Sometimes, the combination of my travelling and reading of the midwifery and obstetric literature highlights areas where there is variation in what is seen as standard or usual practice in different areas of the world. There are lots of obvious examples of this – fundal pressure, starving women in labour, putting up routine IV fluids – but this week I encountered an article which made me think about one that is less obvious: the practice of offering vaginal examination routinely at the 6-week postnatal check.
The research which brought this to my attention was a small study carried out in Detroit, Michigan. Mahesan et al (2016) explored whether it was useful to offer pelvic examination at the 6-week check to healthy women who had caesarean sections and who did not have symptoms of vaginal infection, and they primarily considered whether this was a useful means of identifying an asymptomatic infection. They concluded that it wasn’t, and I’ll post the abstract of the study below if you’d like to follow it up and read more.
Of course, there are other possible reasons for offering pelvic examination at the 6-week check, and women who have had a vaginal birth may wish to have one in order to have someone check that everything is looking normal, especially if they were sutured after giving birth or had an instrumental delivery. But not all women will want this, and I know that this practice also differs in different areas of the world. Some practitioners will offer pelvic examination to all women, some will ask lots of questions about how the woman feels and then consider whether or not to offer it or not, and some will ask the woman straight out what her preference is. In some countries, women will see different people for this check depending on where and how they gave birth.
It’s not a case of simple yes/no, right/wrong dichotomies. When we are considering offering this kind of a screening test – and pelvic examination is a screening test, because we are using this to determine whether or not something is within normal limits and, if it is not, to offer further testing and possibly intervention – there are a number of questions we need to ask. What are the problems that we might be screening for? Is this test effective at identifying women who might have those problems? Do we have evidence that the test is effective at identifying those with problems? How many people who have the problem get missed (false negative) and how many people who don’t have the problem get misidentified as having it, and potentially over-treated (false positive). Does the screening test itself carry other risks or have the potential to harm or cause discomfort?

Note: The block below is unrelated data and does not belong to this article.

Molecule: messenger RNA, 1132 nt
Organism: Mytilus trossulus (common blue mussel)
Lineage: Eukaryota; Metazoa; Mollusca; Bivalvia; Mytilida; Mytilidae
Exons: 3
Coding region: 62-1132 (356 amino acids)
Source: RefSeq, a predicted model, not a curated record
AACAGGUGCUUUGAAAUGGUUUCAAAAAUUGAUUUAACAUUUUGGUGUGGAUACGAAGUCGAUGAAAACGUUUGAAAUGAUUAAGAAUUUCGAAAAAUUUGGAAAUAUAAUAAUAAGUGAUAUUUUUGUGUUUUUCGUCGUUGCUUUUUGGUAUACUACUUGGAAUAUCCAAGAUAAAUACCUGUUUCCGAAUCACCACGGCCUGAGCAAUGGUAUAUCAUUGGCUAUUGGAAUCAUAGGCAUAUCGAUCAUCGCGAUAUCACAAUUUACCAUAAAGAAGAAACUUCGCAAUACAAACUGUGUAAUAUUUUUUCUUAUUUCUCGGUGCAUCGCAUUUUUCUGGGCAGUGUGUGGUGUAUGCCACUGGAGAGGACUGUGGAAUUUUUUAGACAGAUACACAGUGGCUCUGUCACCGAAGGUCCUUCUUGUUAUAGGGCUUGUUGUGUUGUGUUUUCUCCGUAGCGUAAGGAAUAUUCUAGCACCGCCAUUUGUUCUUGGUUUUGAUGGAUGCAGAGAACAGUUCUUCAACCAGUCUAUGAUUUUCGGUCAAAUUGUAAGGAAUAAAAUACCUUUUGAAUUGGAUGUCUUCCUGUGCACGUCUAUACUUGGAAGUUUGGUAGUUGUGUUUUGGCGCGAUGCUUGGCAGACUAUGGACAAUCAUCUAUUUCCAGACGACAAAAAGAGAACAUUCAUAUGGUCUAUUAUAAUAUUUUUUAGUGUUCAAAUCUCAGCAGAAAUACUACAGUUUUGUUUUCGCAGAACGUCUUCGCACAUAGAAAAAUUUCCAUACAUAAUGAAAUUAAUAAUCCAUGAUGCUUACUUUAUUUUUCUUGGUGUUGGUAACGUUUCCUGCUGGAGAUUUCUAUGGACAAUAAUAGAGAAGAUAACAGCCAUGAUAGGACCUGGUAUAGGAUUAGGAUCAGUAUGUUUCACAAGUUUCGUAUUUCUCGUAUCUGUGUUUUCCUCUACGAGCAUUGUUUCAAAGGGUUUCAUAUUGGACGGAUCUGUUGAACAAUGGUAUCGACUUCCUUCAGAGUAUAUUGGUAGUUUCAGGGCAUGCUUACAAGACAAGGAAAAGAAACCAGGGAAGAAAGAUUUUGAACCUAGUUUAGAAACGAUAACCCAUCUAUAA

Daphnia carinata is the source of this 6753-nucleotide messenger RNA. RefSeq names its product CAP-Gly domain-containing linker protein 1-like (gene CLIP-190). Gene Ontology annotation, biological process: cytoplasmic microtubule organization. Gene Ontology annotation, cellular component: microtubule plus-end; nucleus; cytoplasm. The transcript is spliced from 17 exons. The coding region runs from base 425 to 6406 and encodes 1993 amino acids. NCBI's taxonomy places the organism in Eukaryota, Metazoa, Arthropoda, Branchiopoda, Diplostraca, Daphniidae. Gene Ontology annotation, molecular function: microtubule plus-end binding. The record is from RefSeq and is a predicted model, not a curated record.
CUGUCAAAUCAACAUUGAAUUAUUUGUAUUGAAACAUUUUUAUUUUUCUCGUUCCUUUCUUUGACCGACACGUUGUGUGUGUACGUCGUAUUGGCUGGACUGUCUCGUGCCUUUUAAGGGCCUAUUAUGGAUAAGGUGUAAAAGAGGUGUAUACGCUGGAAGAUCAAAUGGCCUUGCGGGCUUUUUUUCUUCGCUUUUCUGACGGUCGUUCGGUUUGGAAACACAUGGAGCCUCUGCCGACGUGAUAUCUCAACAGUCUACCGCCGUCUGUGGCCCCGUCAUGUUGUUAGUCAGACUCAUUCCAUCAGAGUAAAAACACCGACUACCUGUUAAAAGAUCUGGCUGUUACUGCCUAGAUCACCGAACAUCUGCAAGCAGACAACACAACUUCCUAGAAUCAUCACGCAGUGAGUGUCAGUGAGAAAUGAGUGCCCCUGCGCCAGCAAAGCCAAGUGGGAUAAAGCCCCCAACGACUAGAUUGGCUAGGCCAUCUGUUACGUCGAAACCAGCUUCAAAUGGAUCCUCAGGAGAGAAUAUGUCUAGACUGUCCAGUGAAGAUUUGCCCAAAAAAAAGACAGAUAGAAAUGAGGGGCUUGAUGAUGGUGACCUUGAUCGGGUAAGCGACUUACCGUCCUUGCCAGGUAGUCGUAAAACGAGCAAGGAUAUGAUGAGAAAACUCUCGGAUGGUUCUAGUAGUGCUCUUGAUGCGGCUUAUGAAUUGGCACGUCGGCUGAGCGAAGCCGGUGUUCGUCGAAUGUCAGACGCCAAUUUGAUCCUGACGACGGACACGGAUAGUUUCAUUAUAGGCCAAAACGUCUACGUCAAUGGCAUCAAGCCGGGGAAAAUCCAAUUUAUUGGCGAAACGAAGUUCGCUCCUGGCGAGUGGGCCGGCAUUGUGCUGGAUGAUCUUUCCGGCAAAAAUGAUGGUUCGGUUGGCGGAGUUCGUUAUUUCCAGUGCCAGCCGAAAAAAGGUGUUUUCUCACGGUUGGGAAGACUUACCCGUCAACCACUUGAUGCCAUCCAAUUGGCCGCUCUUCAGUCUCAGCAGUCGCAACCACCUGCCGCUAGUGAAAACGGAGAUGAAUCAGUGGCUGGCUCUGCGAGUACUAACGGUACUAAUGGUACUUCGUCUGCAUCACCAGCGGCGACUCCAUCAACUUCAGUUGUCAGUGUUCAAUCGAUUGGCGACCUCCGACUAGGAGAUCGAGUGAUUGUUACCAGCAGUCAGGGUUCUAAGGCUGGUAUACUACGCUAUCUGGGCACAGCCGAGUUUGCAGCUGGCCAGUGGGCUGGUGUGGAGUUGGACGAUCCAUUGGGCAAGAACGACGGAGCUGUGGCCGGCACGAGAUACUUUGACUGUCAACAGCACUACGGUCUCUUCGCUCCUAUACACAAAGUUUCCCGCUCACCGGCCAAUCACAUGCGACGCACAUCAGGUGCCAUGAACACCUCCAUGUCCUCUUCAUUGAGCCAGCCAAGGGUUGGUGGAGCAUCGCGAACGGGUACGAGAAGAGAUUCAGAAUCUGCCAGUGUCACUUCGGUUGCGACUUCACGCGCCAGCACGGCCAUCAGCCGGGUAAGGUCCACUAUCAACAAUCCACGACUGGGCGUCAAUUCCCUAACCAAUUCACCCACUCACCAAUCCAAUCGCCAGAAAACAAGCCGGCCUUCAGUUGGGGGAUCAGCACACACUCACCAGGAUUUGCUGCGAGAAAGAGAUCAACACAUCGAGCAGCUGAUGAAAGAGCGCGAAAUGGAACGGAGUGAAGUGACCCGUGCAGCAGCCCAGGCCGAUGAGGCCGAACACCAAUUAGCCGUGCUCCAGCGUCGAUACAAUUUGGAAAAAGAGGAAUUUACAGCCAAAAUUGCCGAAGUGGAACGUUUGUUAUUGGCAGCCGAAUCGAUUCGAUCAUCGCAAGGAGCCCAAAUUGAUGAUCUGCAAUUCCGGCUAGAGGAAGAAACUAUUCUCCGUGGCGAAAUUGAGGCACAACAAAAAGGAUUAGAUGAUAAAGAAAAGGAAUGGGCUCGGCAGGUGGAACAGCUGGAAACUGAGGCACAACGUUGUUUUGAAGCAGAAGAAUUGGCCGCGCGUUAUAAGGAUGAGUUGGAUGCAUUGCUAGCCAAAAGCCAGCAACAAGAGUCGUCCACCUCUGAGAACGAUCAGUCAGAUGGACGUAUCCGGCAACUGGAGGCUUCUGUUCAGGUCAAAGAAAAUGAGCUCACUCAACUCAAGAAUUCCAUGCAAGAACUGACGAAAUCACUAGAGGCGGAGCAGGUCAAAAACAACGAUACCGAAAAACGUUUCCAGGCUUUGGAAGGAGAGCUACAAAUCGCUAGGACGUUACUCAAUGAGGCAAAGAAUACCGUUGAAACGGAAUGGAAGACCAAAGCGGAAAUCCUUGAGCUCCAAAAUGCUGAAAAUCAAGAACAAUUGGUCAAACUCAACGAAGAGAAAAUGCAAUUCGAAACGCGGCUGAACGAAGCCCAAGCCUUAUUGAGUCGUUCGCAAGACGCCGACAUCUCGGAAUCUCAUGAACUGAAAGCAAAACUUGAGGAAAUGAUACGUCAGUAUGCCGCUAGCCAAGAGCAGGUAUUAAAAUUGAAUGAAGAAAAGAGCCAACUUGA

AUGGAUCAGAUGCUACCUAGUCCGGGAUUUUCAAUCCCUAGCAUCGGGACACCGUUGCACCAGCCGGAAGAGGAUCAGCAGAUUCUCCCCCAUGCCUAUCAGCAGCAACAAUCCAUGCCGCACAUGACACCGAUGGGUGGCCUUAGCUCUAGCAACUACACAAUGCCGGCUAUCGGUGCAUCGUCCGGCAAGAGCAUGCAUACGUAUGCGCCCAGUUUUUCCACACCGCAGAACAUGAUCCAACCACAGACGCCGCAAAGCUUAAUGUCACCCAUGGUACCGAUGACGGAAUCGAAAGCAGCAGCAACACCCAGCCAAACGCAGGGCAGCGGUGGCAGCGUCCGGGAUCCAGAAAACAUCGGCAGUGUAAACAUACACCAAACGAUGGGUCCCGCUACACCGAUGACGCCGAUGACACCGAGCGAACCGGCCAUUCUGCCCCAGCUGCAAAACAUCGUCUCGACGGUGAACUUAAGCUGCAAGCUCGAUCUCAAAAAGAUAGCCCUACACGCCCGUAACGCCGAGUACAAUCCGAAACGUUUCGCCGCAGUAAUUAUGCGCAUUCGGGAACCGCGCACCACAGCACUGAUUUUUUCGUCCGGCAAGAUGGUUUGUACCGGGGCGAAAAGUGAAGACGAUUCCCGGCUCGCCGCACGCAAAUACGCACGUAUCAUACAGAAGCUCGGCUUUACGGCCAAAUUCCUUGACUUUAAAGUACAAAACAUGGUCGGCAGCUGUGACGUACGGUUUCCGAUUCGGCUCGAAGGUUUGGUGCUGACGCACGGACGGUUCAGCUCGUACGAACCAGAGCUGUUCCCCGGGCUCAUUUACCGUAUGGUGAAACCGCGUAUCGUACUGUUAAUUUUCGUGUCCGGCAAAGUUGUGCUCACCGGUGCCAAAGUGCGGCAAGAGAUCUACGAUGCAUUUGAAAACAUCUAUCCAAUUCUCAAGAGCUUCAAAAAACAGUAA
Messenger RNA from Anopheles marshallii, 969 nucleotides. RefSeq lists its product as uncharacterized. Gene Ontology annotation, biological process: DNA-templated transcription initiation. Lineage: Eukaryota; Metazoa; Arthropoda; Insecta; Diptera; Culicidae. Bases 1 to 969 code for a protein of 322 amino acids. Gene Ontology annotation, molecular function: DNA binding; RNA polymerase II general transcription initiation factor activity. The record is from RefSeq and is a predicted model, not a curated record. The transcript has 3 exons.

I’m not saying that we should throw everything out, and a careful 6-week check can be really important. Indeed, an arguably bigger problem in some areas is that women aren’t getting offered enough time, testing and support at this point. But it doesn’t hurt to ask questions about some of our established practices and to consider whether and how well they serve different groups of women.
Mahesan AM, Ilceski DM, Paul ABM et al (2016). Pelvic Examination at the 6-Week Postpartum Visit After Cesarean Birth. JMWH DOI: 10.1111/jmwh.12422
Introduction: The objective of this study was to assess the utility of the pelvic examination at the 6-week postpartum visit after cesarean birth.
Methods: Data were collected from retrospective chart review in an obstetric resident clinic in Detroit, Michigan. Women included were those who had a cesarean birth between January 2012 and June 2014.
Results: Of 388 women who had a cesarean birth, 211 (54.4%) presented for the 6-week postpartum visit and underwent pelvic examination. Of these women, 185 (87.7%) were asymptomatic, and 26 (12.3%) reported vaginal discharge. No other concerns were elicited. Of those with symptoms, 4 (15%) had no finding, 13 (50%) had bacterial vaginosis (BV) alone, 2 (8%) had BV and Candida sp, 2 (8%) had BV and Trichomonas vaginalis, 2 (8%) had T vaginalis alone, and 3 (11%) had Chlamydia trachomatis. One woman with C trachomatis had tested positive during pregnancy and possibly had treatment failure. Of the 185 asymptomatic women, 91 (49%) were deemed to have vaginal discharge on examination and underwent testing for Neisseria gonorrhoeae and C trachomatis; results were negative in all cases.
Discussion: In this population, it appears unnecessary to perform routine pelvic examination on asymptomatic women at the 6-week postpartum visit after cesarean birth. When vaginal discharge was noted during pelvic examination of asymptomatic women, no pathology was identified.